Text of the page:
ALEXANDRIA, Va. (1/3/11)--In December, Congress passed and President Barach Obama signed the 2010 Tax Relief Act. The bill brings significant tax-law changes for many Americans. The National Society of Accountants (Dec. 20) breaks down some of the most important changes, including:
* Increased Alternative Minimum Tax exemption amounts. The act increases 2010 exemption amounts to $47,450 for individuals, $72,450 for married couples filing jointly and surviving spouses, and $36,225 for married couples filing separately. * No change in tax rates. Individual tax rates will be held at the 2010 level for the next two years. * Extended capital-gains tax rate. For 2010, qualified capital gains and dividends are taxed at a maximum rate of 15%. The act extends that rate through Dec. 31, 2012. * Extended itemized deduction limitation. The “Pease” limitation--which reduces the total amount of a higher-income individual’s otherwise allowable deductions--was suspended for 2010. It was scheduled to return at a projected level of income starting at $169,550. However, the act has extended the suspension through Dec. 31, 2012. * Suspension of personal exemption phaseout (PEP) extended. The PEP reduced the total amount of exemptions for taxpayers with adjusted gross incomes exceeding the applicable threshold--$169,550 for singles and $254,350 for joint filers in 2011. The PEP was suspended for 2010, and the act extends that suspension through Dec. 31, 2012. * Extended marriage penalty relief. The relief provision increased the basic standard deduction for married couples filing joint returns to twice the amount for a single taxpayer. The act extends marriage penalty relief through Dec. 31, 2012.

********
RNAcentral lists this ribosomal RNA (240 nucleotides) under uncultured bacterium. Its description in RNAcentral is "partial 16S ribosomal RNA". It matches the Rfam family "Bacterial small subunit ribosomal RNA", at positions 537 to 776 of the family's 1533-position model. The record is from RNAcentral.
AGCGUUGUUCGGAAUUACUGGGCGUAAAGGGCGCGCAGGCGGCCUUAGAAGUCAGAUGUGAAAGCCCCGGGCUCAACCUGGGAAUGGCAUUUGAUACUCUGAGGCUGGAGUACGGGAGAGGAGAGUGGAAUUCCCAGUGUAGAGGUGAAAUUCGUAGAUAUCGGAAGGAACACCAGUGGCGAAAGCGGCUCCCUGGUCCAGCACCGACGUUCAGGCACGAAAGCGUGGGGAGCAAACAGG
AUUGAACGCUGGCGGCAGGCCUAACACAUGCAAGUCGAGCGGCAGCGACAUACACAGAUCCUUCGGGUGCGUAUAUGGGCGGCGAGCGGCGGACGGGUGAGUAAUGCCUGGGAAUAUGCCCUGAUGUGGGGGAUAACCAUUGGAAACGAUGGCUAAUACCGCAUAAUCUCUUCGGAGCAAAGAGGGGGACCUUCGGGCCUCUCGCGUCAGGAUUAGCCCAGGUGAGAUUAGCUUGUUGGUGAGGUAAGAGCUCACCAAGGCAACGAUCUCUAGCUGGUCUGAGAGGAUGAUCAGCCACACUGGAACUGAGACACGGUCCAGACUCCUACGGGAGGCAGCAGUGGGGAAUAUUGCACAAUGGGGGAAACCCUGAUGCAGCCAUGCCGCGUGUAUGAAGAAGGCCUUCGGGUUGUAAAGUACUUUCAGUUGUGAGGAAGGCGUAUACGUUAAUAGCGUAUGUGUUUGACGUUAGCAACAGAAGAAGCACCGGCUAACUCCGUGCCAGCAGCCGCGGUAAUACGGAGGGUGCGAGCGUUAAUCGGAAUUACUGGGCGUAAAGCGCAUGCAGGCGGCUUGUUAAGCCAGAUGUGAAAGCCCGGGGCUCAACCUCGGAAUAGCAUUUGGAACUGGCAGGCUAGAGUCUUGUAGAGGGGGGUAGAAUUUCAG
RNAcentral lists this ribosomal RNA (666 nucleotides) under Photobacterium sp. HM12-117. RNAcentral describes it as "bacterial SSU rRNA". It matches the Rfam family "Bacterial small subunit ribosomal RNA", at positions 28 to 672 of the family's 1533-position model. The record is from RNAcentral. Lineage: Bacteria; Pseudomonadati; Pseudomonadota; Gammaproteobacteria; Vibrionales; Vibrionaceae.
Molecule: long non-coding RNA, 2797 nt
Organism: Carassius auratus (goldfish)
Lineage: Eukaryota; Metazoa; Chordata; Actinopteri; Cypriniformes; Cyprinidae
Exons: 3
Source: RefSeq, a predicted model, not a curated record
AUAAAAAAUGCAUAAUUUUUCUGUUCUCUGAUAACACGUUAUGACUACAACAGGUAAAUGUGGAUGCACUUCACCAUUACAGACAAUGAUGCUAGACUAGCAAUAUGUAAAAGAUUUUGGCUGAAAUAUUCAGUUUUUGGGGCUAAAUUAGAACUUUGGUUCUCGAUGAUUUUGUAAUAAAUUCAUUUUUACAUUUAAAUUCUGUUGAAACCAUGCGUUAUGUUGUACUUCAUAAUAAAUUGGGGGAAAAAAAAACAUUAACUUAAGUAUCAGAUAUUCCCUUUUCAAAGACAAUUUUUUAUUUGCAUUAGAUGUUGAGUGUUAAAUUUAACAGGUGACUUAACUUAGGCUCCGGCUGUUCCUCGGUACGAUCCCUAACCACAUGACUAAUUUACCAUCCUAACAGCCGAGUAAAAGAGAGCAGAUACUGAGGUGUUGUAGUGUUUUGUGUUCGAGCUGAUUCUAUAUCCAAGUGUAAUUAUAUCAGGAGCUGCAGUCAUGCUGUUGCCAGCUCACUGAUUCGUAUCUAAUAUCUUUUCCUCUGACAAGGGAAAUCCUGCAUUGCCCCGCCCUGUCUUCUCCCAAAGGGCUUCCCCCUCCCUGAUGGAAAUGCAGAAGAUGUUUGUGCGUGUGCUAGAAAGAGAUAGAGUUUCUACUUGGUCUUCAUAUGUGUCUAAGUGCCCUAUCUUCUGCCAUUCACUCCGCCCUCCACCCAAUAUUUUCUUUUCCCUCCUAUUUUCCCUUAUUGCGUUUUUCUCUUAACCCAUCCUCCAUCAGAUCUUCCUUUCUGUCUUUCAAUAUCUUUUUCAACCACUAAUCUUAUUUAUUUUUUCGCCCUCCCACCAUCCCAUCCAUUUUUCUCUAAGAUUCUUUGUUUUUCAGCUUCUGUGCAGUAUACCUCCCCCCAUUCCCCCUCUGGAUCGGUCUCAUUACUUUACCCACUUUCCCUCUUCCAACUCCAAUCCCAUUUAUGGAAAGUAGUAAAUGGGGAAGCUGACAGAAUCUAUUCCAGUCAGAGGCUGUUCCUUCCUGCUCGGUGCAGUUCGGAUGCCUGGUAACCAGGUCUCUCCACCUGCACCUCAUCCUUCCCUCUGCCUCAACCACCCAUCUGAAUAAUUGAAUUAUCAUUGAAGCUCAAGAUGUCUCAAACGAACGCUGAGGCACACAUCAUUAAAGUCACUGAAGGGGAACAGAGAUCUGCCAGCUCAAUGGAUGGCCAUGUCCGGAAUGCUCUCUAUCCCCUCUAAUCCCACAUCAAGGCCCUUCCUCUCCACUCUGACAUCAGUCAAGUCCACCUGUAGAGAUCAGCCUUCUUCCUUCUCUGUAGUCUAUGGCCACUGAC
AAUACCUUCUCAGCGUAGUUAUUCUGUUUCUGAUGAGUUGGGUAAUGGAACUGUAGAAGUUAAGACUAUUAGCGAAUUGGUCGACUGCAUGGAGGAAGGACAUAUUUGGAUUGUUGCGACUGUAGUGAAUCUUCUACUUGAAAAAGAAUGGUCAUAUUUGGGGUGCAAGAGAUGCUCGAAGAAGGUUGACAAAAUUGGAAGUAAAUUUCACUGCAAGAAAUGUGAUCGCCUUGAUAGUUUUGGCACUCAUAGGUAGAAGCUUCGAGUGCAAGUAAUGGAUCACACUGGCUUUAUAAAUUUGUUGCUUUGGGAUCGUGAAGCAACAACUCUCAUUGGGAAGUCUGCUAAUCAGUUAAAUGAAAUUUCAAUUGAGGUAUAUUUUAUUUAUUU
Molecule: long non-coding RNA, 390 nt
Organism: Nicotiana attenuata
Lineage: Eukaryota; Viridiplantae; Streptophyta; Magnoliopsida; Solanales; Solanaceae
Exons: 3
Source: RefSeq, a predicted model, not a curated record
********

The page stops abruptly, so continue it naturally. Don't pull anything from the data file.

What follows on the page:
For more information about preparing for tax season, read “Your Tax Bracket Tells Just Part of the Story” and watch the “Getting Tax Records Organized” video in the Home & Family Finance Resource Center